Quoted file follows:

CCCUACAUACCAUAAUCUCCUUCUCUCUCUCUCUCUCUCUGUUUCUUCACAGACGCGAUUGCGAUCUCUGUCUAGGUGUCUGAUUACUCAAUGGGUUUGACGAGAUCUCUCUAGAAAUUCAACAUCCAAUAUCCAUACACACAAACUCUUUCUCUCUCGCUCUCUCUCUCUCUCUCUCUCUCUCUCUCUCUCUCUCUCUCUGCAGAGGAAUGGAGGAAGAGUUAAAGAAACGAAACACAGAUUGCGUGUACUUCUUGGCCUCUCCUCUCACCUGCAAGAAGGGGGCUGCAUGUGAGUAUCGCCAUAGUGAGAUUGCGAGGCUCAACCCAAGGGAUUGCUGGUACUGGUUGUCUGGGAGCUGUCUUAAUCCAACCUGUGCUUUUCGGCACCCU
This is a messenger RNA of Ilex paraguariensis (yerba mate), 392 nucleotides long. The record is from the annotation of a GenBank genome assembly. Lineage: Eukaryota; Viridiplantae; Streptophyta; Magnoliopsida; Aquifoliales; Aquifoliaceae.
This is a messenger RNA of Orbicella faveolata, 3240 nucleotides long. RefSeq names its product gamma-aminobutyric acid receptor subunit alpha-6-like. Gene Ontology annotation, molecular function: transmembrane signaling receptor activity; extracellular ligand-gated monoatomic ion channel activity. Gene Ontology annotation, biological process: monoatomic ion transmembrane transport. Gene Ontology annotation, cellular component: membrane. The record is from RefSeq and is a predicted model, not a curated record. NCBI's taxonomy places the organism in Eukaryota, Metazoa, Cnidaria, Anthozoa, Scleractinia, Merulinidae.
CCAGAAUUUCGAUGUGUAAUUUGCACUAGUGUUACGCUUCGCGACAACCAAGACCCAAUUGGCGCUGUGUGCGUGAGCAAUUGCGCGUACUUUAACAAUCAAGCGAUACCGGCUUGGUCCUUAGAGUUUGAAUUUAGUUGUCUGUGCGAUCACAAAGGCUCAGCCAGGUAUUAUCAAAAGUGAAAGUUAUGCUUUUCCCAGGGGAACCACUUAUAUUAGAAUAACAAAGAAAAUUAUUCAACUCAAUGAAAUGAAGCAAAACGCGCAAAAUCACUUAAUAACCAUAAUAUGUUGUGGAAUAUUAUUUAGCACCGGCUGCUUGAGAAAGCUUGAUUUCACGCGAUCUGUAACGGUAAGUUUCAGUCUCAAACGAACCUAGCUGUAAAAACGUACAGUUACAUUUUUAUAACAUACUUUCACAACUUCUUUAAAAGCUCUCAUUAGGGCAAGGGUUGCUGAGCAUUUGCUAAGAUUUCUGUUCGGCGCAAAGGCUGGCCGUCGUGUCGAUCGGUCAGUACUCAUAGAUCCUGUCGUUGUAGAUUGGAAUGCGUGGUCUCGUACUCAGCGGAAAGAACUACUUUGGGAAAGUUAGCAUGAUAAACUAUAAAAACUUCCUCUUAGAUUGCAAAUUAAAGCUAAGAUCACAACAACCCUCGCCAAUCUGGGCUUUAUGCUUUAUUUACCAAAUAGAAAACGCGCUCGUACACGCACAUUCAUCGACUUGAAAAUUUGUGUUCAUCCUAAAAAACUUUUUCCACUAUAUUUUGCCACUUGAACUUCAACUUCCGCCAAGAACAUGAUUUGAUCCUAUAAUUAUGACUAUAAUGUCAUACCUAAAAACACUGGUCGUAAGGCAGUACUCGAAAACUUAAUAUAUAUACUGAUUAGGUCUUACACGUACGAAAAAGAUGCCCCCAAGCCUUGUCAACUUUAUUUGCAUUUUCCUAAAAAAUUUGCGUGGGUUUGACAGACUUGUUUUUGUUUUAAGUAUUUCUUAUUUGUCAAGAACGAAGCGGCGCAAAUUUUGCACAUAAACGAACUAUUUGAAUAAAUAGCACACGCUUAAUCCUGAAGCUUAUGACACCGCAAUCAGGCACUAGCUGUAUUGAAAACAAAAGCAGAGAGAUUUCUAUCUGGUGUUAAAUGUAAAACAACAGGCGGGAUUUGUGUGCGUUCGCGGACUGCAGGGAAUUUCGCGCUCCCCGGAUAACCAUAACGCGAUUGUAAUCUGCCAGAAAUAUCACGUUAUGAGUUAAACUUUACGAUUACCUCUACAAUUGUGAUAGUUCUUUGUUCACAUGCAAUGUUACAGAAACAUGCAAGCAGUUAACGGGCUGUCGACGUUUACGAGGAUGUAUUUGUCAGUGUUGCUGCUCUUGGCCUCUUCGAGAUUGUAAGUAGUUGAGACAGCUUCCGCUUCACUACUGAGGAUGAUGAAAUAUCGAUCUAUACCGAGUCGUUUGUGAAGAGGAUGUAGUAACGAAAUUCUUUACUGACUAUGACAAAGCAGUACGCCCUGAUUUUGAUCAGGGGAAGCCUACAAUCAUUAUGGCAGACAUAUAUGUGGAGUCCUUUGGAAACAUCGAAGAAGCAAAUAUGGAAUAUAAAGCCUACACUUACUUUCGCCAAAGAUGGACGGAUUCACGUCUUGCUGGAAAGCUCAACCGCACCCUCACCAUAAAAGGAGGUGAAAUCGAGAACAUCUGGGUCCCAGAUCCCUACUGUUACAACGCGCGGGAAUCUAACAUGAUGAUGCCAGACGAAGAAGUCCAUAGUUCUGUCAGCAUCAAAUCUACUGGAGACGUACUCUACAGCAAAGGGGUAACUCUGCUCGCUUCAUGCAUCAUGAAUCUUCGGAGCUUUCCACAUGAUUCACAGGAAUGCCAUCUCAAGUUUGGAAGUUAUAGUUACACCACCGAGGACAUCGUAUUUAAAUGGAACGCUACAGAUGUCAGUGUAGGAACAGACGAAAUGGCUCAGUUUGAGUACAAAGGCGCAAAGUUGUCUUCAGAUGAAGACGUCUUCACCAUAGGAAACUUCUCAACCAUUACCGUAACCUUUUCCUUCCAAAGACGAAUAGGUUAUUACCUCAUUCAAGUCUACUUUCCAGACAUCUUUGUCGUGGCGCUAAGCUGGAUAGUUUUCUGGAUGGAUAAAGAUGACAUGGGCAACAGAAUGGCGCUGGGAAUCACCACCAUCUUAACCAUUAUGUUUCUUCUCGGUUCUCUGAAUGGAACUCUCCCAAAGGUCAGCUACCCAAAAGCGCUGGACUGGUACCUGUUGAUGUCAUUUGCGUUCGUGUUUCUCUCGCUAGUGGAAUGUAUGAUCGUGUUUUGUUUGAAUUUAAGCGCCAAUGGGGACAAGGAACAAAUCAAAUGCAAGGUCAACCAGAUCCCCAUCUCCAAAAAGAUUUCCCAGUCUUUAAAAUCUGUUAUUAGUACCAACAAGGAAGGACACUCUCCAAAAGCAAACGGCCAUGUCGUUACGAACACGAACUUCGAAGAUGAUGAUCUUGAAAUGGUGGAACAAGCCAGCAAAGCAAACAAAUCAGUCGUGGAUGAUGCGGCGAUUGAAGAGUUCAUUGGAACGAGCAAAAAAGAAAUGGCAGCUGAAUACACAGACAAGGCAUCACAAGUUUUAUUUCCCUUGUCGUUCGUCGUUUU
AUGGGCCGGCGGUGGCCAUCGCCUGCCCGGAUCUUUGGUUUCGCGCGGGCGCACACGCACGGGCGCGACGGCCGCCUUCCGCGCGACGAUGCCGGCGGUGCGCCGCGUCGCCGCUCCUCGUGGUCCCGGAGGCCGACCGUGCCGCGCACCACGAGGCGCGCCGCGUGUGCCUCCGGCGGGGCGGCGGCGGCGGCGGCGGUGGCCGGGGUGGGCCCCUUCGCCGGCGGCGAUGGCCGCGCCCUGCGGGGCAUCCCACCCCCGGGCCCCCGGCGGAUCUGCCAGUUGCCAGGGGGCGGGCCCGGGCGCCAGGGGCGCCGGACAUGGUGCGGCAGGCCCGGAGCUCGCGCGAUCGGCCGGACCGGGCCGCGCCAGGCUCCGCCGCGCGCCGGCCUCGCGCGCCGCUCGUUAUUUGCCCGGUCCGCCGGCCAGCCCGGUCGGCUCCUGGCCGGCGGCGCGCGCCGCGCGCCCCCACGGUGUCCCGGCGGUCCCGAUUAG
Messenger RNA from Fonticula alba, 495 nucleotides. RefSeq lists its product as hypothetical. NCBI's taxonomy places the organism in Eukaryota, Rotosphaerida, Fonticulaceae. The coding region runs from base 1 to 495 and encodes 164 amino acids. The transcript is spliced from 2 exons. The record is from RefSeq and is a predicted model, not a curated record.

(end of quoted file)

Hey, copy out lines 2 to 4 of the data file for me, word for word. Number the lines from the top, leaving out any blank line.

This is a messenger RNA of Ilex paraguariensis (yerba mate), 392 nucleotides long. The record is from the annotation of a GenBank genome assembly. Lineage: Eukaryota; Viridiplantae; Streptophyta; Magnoliopsida; Aquifoliales; Aquifoliaceae.
This is a messenger RNA of Orbicella faveolata, 3240 nucleotides long. RefSeq names its product gamma-aminobutyric acid receptor subunit alpha-6-like. Gene Ontology annotation, molecular function: transmembrane signaling receptor activity; extracellular ligand-gated monoatomic ion channel activity. Gene Ontology annotation, biological process: monoatomic ion transmembrane transport. Gene Ontology annotation, cellular component: membrane. The record is from RefSeq and is a predicted model, not a curated record. NCBI's taxonomy places the organism in Eukaryota, Metazoa, Cnidaria, Anthozoa, Scleractinia, Merulinidae.
CCAGAAUUUCGAUGUGUAAUUUGCACUAGUGUUACGCUUCGCGACAACCAAGACCCAAUUGGCGCUGUGUGCGUGAGCAAUUGCGCGUACUUUAACAAUCAAGCGAUACCGGCUUGGUCCUUAGAGUUUGAAUUUAGUUGUCUGUGCGAUCACAAAGGCUCAGCCAGGUAUUAUCAAAAGUGAAAGUUAUGCUUUUCCCAGGGGAACCACUUAUAUUAGAAUAACAAAGAAAAUUAUUCAACUCAAUGAAAUGAAGCAAAACGCGCAAAAUCACUUAAUAACCAUAAUAUGUUGUGGAAUAUUAUUUAGCACCGGCUGCUUGAGAAAGCUUGAUUUCACGCGAUCUGUAACGGUAAGUUUCAGUCUCAAACGAACCUAGCUGUAAAAACGUACAGUUACAUUUUUAUAACAUACUUUCACAACUUCUUUAAAAGCUCUCAUUAGGGCAAGGGUUGCUGAGCAUUUGCUAAGAUUUCUGUUCGGCGCAAAGGCUGGCCGUCGUGUCGAUCGGUCAGUACUCAUAGAUCCUGUCGUUGUAGAUUGGAAUGCGUGGUCUCGUACUCAGCGGAAAGAACUACUUUGGGAAAGUUAGCAUGAUAAACUAUAAAAACUUCCUCUUAGAUUGCAAAUUAAAGCUAAGAUCACAACAACCCUCGCCAAUCUGGGCUUUAUGCUUUAUUUACCAAAUAGAAAACGCGCUCGUACACGCACAUUCAUCGACUUGAAAAUUUGUGUUCAUCCUAAAAAACUUUUUCCACUAUAUUUUGCCACUUGAACUUCAACUUCCGCCAAGAACAUGAUUUGAUCCUAUAAUUAUGACUAUAAUGUCAUACCUAAAAACACUGGUCGUAAGGCAGUACUCGAAAACUUAAUAUAUAUACUGAUUAGGUCUUACACGUACGAAAAAGAUGCCCCCAAGCCUUGUCAACUUUAUUUGCAUUUUCCUAAAAAAUUUGCGUGGGUUUGACAGACUUGUUUUUGUUUUAAGUAUUUCUUAUUUGUCAAGAACGAAGCGGCGCAAAUUUUGCACAUAAACGAACUAUUUGAAUAAAUAGCACACGCUUAAUCCUGAAGCUUAUGACACCGCAAUCAGGCACUAGCUGUAUUGAAAACAAAAGCAGAGAGAUUUCUAUCUGGUGUUAAAUGUAAAACAACAGGCGGGAUUUGUGUGCGUUCGCGGACUGCAGGGAAUUUCGCGCUCCCCGGAUAACCAUAACGCGAUUGUAAUCUGCCAGAAAUAUCACGUUAUGAGUUAAACUUUACGAUUACCUCUACAAUUGUGAUAGUUCUUUGUUCACAUGCAAUGUUACAGAAACAUGCAAGCAGUUAACGGGCUGUCGACGUUUACGAGGAUGUAUUUGUCAGUGUUGCUGCUCUUGGCCUCUUCGAGAUUGUAAGUAGUUGAGACAGCUUCCGCUUCACUACUGAGGAUGAUGAAAUAUCGAUCUAUACCGAGUCGUUUGUGAAGAGGAUGUAGUAACGAAAUUCUUUACUGACUAUGACAAAGCAGUACGCCCUGAUUUUGAUCAGGGGAAGCCUACAAUCAUUAUGGCAGACAUAUAUGUGGAGUCCUUUGGAAACAUCGAAGAAGCAAAUAUGGAAUAUAAAGCCUACACUUACUUUCGCCAAAGAUGGACGGAUUCACGUCUUGCUGGAAAGCUCAACCGCACCCUCACCAUAAAAGGAGGUGAAAUCGAGAACAUCUGGGUCCCAGAUCCCUACUGUUACAACGCGCGGGAAUCUAACAUGAUGAUGCCAGACGAAGAAGUCCAUAGUUCUGUCAGCAUCAAAUCUACUGGAGACGUACUCUACAGCAAAGGGGUAACUCUGCUCGCUUCAUGCAUCAUGAAUCUUCGGAGCUUUCCACAUGAUUCACAGGAAUGCCAUCUCAAGUUUGGAAGUUAUAGUUACACCACCGAGGACAUCGUAUUUAAAUGGAACGCUACAGAUGUCAGUGUAGGAACAGACGAAAUGGCUCAGUUUGAGUACAAAGGCGCAAAGUUGUCUUCAGAUGAAGACGUCUUCACCAUAGGAAACUUCUCAACCAUUACCGUAACCUUUUCCUUCCAAAGACGAAUAGGUUAUUACCUCAUUCAAGUCUACUUUCCAGACAUCUUUGUCGUGGCGCUAAGCUGGAUAGUUUUCUGGAUGGAUAAAGAUGACAUGGGCAACAGAAUGGCGCUGGGAAUCACCACCAUCUUAACCAUUAUGUUUCUUCUCGGUUCUCUGAAUGGAACUCUCCCAAAGGUCAGCUACCCAAAAGCGCUGGACUGGUACCUGUUGAUGUCAUUUGCGUUCGUGUUUCUCUCGCUAGUGGAAUGUAUGAUCGUGUUUUGUUUGAAUUUAAGCGCCAAUGGGGACAAGGAACAAAUCAAAUGCAAGGUCAACCAGAUCCCCAUCUCCAAAAAGAUUUCCCAGUCUUUAAAAUCUGUUAUUAGUACCAACAAGGAAGGACACUCUCCAAAAGCAAACGGCCAUGUCGUUACGAACACGAACUUCGAAGAUGAUGAUCUUGAAAUGGUGGAACAAGCCAGCAAAGCAAACAAAUCAGUCGUGGAUGAUGCGGCGAUUGAAGAGUUCAUUGGAACGAGCAAAAAAGAAAUGGCAGCUGAAUACACAGACAAGGCAUCACAAGUUUUAUUUCCCUUGUCGUUCGUCGUUUU